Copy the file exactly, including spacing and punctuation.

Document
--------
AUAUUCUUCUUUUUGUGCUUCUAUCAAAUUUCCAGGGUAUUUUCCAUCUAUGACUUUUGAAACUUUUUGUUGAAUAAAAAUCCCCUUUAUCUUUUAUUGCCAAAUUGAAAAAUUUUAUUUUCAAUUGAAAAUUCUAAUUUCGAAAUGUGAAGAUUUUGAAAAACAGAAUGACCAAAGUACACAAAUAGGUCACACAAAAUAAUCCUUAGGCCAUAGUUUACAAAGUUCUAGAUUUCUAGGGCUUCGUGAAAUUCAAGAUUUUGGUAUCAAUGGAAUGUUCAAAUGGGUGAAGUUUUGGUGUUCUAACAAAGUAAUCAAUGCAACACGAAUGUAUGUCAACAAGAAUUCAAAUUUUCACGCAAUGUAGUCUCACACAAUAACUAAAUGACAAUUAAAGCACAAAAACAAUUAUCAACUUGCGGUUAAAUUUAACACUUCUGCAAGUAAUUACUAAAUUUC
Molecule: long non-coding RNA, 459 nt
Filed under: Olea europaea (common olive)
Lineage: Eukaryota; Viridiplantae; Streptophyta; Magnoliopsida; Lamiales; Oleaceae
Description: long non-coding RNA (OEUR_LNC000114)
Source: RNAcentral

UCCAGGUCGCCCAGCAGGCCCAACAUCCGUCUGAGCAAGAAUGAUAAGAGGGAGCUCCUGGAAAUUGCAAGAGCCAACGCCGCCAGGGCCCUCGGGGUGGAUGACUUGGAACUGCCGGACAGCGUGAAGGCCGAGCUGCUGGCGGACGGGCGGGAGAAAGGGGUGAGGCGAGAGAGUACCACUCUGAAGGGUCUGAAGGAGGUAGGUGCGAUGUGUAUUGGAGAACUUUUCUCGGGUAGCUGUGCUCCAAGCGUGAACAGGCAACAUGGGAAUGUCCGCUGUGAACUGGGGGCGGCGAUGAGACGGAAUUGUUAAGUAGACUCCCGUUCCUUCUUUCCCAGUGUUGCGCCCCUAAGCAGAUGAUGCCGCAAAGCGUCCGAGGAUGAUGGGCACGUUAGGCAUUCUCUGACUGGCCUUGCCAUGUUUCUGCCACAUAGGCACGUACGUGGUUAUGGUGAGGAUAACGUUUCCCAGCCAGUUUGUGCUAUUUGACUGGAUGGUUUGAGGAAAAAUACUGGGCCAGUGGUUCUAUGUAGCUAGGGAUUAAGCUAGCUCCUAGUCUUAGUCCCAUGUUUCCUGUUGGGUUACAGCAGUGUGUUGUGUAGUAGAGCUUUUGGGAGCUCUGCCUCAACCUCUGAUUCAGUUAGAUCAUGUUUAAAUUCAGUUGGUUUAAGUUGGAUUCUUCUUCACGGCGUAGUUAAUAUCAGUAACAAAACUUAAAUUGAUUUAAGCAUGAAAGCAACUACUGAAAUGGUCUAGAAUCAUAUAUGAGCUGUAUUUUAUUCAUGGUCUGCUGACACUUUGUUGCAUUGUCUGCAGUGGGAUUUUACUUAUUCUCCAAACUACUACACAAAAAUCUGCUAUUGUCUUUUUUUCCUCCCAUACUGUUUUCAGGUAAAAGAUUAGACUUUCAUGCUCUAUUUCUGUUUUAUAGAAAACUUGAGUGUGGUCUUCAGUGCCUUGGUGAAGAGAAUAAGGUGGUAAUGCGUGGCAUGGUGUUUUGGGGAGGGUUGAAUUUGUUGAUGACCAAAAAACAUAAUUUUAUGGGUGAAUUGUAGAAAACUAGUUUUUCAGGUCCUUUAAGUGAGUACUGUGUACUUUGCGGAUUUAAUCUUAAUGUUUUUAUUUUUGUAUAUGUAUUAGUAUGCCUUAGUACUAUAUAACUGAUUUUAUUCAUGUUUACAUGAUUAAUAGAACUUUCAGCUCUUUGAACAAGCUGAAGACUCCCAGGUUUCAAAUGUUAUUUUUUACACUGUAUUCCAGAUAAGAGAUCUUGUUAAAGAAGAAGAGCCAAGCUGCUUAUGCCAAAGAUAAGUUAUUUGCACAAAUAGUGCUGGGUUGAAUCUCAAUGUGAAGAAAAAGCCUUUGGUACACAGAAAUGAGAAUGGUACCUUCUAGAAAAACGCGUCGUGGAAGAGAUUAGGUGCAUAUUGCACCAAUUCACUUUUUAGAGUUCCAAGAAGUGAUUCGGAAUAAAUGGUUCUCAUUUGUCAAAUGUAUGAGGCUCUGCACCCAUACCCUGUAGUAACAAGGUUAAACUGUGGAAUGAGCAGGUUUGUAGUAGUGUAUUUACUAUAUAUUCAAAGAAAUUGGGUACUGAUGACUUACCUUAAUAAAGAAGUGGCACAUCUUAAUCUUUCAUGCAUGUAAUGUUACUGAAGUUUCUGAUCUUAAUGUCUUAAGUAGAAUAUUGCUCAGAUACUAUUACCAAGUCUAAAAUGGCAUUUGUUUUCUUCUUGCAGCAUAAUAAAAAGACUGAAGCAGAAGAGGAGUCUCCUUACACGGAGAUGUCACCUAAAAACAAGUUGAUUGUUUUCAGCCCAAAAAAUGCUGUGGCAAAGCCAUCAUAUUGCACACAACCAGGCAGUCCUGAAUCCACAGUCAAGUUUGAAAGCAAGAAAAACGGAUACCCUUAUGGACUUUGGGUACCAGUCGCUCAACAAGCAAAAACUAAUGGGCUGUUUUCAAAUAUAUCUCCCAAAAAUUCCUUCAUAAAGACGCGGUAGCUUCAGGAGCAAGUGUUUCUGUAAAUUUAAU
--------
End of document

AUAUUCUUCUUUUUGUGCUUCUAUCAAAUUUCCAGGGUAUUUUCCAUCUAUGACUUUUGAAACUUUUUGUUGAAUAAAAAUCCCCUUUAUCUUUUAUUGCCAAAUUGAAAAAUUUUAUUUUCAAUUGAAAAUUCUAAUUUCGAAAUGUGAAGAUUUUGAAAAACAGAAUGACCAAAGUACACAAAUAGGUCACACAAAAUAAUCCUUAGGCCAUAGUUUACAAAGUUCUAGAUUUCUAGGGCUUCGUGAAAUUCAAGAUUUUGGUAUCAAUGGAAUGUUCAAAUGGGUGAAGUUUUGGUGUUCUAACAAAGUAAUCAAUGCAACACGAAUGUAUGUCAACAAGAAUUCAAAUUUUCACGCAAUGUAGUCUCACACAAUAACUAAAUGACAAUUAAAGCACAAAAACAAUUAUCAACUUGCGGUUAAAUUUAACACUUCUGCAAGUAAUUACUAAAUUUC
Molecule: long non-coding RNA, 459 nt
Filed under: Olea europaea (common olive)
Lineage: Eukaryota; Viridiplantae; Streptophyta; Magnoliopsida; Lamiales; Oleaceae
Description: long non-coding RNA (OEUR_LNC000114)
Source: RNAcentral

UCCAGGUCGCCCAGCAGGCCCAACAUCCGUCUGAGCAAGAAUGAUAAGAGGGAGCUCCUGGAAAUUGCAAGAGCCAACGCCGCCAGGGCCCUCGGGGUGGAUGACUUGGAACUGCCGGACAGCGUGAAGGCCGAGCUGCUGGCGGACGGGCGGGAGAAAGGGGUGAGGCGAGAGAGUACCACUCUGAAGGGUCUGAAGGAGGUAGGUGCGAUGUGUAUUGGAGAACUUUUCUCGGGUAGCUGUGCUCCAAGCGUGAACAGGCAACAUGGGAAUGUCCGCUGUGAACUGGGGGCGGCGAUGAGACGGAAUUGUUAAGUAGACUCCCGUUCCUUCUUUCCCAGUGUUGCGCCCCUAAGCAGAUGAUGCCGCAAAGCGUCCGAGGAUGAUGGGCACGUUAGGCAUUCUCUGACUGGCCUUGCCAUGUUUCUGCCACAUAGGCACGUACGUGGUUAUGGUGAGGAUAACGUUUCCCAGCCAGUUUGUGCUAUUUGACUGGAUGGUUUGAGGAAAAAUACUGGGCCAGUGGUUCUAUGUAGCUAGGGAUUAAGCUAGCUCCUAGUCUUAGUCCCAUGUUUCCUGUUGGGUUACAGCAGUGUGUUGUGUAGUAGAGCUUUUGGGAGCUCUGCCUCAACCUCUGAUUCAGUUAGAUCAUGUUUAAAUUCAGUUGGUUUAAGUUGGAUUCUUCUUCACGGCGUAGUUAAUAUCAGUAACAAAACUUAAAUUGAUUUAAGCAUGAAAGCAACUACUGAAAUGGUCUAGAAUCAUAUAUGAGCUGUAUUUUAUUCAUGGUCUGCUGACACUUUGUUGCAUUGUCUGCAGUGGGAUUUUACUUAUUCUCCAAACUACUACACAAAAAUCUGCUAUUGUCUUUUUUUCCUCCCAUACUGUUUUCAGGUAAAAGAUUAGACUUUCAUGCUCUAUUUCUGUUUUAUAGAAAACUUGAGUGUGGUCUUCAGUGCCUUGGUGAAGAGAAUAAGGUGGUAAUGCGUGGCAUGGUGUUUUGGGGAGGGUUGAAUUUGUUGAUGACCAAAAAACAUAAUUUUAUGGGUGAAUUGUAGAAAACUAGUUUUUCAGGUCCUUUAAGUGAGUACUGUGUACUUUGCGGAUUUAAUCUUAAUGUUUUUAUUUUUGUAUAUGUAUUAGUAUGCCUUAGUACUAUAUAACUGAUUUUAUUCAUGUUUACAUGAUUAAUAGAACUUUCAGCUCUUUGAACAAGCUGAAGACUCCCAGGUUUCAAAUGUUAUUUUUUACACUGUAUUCCAGAUAAGAGAUCUUGUUAAAGAAGAAGAGCCAAGCUGCUUAUGCCAAAGAUAAGUUAUUUGCACAAAUAGUGCUGGGUUGAAUCUCAAUGUGAAGAAAAAGCCUUUGGUACACAGAAAUGAGAAUGGUACCUUCUAGAAAAACGCGUCGUGGAAGAGAUUAGGUGCAUAUUGCACCAAUUCACUUUUUAGAGUUCCAAGAAGUGAUUCGGAAUAAAUGGUUCUCAUUUGUCAAAUGUAUGAGGCUCUGCACCCAUACCCUGUAGUAACAAGGUUAAACUGUGGAAUGAGCAGGUUUGUAGUAGUGUAUUUACUAUAUAUUCAAAGAAAUUGGGUACUGAUGACUUACCUUAAUAAAGAAGUGGCACAUCUUAAUCUUUCAUGCAUGUAAUGUUACUGAAGUUUCUGAUCUUAAUGUCUUAAGUAGAAUAUUGCUCAGAUACUAUUACCAAGUCUAAAAUGGCAUUUGUUUUCUUCUUGCAGCAUAAUAAAAAGACUGAAGCAGAAGAGGAGUCUCCUUACACGGAGAUGUCACCUAAAAACAAGUUGAUUGUUUUCAGCCCAAAAAAUGCUGUGGCAAAGCCAUCAUAUUGCACACAACCAGGCAGUCCUGAAUCCACAGUCAAGUUUGAAAGCAAGAAAAACGGAUACCCUUAUGGACUUUGGGUACCAGUCGCUCAACAAGCAAAAACUAAUGGGCUGUUUUCAAAUAUAUCUCCCAAAAAUUCCUUCAUAAAGACGCGGUAGCUUCAGGAGCAAGUGUUUCUGUAAAUUUAAU